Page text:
Reporter John Richardson’s timely report on the small number of parents who refuse to vaccinate their children against life-threatening childhood diseases deserves comment (“As immunization rates decline, health concerns grow,” Dec. 4).

First, it is important to be mindful of the fact that most parents do make a responsible and conscientious decision to comply with the recommendations for vaccinations in order to protect their children from devastating illnesses.

It is ironic that vaccines are becoming victims of their own success. Since we now seldom see those childhood diseases that are prevented by these vaccines, some parents have been seduced into thinking that their children can go unvaccinated with impunity.

However, even a limited but growing number of unvaccinated children leave them and others at risk of becoming victims themselves.

All of us physicians now of retirement age can recall all too well children in the 1970s and 1980s who acquired potentially fatal infectious diseases of the brain, heart, lungs or blood which are now rarely seen due to the development of new vaccines in the past 25 years.

There is an irrefutable abundance of science, evidence and history supporting the decision to vaccinate.

To capitulate to fear and to refuse to vaccinate is no more rational than never to leave home for fear of being struck by lightening or never to ride in a motor vehicle for fear of being killed in a crash.

Almost 100 years ago Albert Einstein famously stated, “God does not play dice with the universe.” If he were alive today, perhaps Einstein would also say that neither should parents play dice with the health and lives of children, be they their own or the children of other parents.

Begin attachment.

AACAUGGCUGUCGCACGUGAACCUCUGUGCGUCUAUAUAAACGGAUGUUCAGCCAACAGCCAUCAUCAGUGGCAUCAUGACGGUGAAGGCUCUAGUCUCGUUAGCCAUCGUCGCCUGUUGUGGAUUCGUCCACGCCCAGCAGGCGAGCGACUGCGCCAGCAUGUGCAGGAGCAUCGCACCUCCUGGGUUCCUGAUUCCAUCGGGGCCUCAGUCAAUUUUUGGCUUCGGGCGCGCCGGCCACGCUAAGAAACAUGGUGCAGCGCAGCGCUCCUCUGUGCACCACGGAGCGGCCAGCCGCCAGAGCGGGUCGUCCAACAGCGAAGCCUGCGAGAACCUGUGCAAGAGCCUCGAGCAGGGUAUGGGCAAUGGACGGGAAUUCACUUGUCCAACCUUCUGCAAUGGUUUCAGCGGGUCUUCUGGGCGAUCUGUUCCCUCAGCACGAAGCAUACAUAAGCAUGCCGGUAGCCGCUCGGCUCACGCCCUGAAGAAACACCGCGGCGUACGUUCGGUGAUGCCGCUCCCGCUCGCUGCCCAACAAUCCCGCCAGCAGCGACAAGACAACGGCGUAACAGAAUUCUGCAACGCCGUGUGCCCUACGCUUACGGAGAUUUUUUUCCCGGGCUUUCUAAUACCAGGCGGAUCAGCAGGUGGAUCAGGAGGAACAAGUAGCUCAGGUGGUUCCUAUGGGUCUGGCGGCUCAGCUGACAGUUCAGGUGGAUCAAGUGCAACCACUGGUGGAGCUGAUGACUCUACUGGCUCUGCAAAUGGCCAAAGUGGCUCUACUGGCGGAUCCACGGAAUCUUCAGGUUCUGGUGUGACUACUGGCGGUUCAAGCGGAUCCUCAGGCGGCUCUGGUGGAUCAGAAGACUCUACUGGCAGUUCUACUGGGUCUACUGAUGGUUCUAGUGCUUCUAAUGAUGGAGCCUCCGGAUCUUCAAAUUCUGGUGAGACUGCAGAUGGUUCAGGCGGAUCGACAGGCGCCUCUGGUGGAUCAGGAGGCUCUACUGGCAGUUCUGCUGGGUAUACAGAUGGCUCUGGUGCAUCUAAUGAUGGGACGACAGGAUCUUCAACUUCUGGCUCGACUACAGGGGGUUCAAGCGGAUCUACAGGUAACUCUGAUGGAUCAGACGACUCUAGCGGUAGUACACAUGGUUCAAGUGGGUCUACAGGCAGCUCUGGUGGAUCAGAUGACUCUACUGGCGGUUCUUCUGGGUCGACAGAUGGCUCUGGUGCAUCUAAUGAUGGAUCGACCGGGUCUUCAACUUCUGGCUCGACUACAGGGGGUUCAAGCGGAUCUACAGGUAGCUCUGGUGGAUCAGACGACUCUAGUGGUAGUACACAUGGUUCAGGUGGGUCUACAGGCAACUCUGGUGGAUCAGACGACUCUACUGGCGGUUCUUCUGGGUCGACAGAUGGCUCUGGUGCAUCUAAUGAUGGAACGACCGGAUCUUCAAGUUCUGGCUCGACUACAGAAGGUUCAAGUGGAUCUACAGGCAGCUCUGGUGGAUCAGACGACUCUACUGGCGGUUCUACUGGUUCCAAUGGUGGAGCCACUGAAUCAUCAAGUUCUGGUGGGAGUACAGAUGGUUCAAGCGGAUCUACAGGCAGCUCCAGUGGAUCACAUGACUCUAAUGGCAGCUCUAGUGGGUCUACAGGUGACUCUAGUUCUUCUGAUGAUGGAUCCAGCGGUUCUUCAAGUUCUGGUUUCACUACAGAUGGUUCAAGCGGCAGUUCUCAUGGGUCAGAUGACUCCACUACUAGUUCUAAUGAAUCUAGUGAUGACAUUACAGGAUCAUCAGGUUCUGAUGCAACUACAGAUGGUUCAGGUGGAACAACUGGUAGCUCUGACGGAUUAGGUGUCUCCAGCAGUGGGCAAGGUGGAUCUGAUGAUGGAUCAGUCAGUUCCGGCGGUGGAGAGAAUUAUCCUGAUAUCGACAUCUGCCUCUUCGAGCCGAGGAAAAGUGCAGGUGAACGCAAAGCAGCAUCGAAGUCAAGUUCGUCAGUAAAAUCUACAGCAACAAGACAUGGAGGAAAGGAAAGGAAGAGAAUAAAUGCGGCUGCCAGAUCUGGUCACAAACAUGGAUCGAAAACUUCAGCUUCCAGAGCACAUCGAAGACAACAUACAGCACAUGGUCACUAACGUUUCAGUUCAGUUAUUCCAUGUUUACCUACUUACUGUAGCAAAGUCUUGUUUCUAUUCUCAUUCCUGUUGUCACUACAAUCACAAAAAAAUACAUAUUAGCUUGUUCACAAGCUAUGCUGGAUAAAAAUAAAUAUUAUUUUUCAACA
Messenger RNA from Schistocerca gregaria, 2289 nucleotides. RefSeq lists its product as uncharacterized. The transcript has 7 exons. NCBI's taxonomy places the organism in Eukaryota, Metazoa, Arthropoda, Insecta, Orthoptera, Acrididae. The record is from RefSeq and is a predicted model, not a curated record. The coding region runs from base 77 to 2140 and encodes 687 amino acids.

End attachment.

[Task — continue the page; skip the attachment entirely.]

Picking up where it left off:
Nicholas Fowler, M.D.

South Portland 

To a hypothetical patient, in response to the article “Skipping shots: A calculated risk?” (Nov. 29).

Little One,

I am so sorry to see you in our Emergency Department today. You are really sick, and we are trying to save your life.

Your parents love you. They buckled you in your car seat, even bought you organic milk. But the one thing they didn’t do was get you vaccinated.

Now you are brought here, struggling to breathe. You are limp and blue from lack of oxygen. You didn’t fight the oxygen mask — a bad sign. Is it because of brain inflammation from measles? Fighting for air battling chickenpox pneumonia? Or are you slowly being strangled by throat blockage from epiglottis? Did your big sister bring home pertussis from her school?

Your parents were afraid of the vaccines. Did they believe the fraud who lied and said the shots would give you autism? That’s been proven untrue. Did they rebel against “Big Pharma” that would make money from vaccines? They are in business to make medicine — just like the companies who made the machines we are hooking you up to, and the antibiotics we pray will work.

Now your parents are really afraid. Will you be one of the children who dies of vaccine-preventable infection this year? If you survive, will you be brain-damaged? Paralyzed? Have seizures?

All we can do now is try to change what should have been prevented.

All we can do is get the word out that preventable infections that have been controlled for so long are coming back, and we have the power to stop them.

All we can do is educate parents about the facts, so they won’t be afraid.

Annette O’Gorman


The Maine Sunday Telegram article on vaccines was a wonderful opportunity to have a thoughtful, dynamic, and unbiased discussion about children’s health and the issue of vaccines.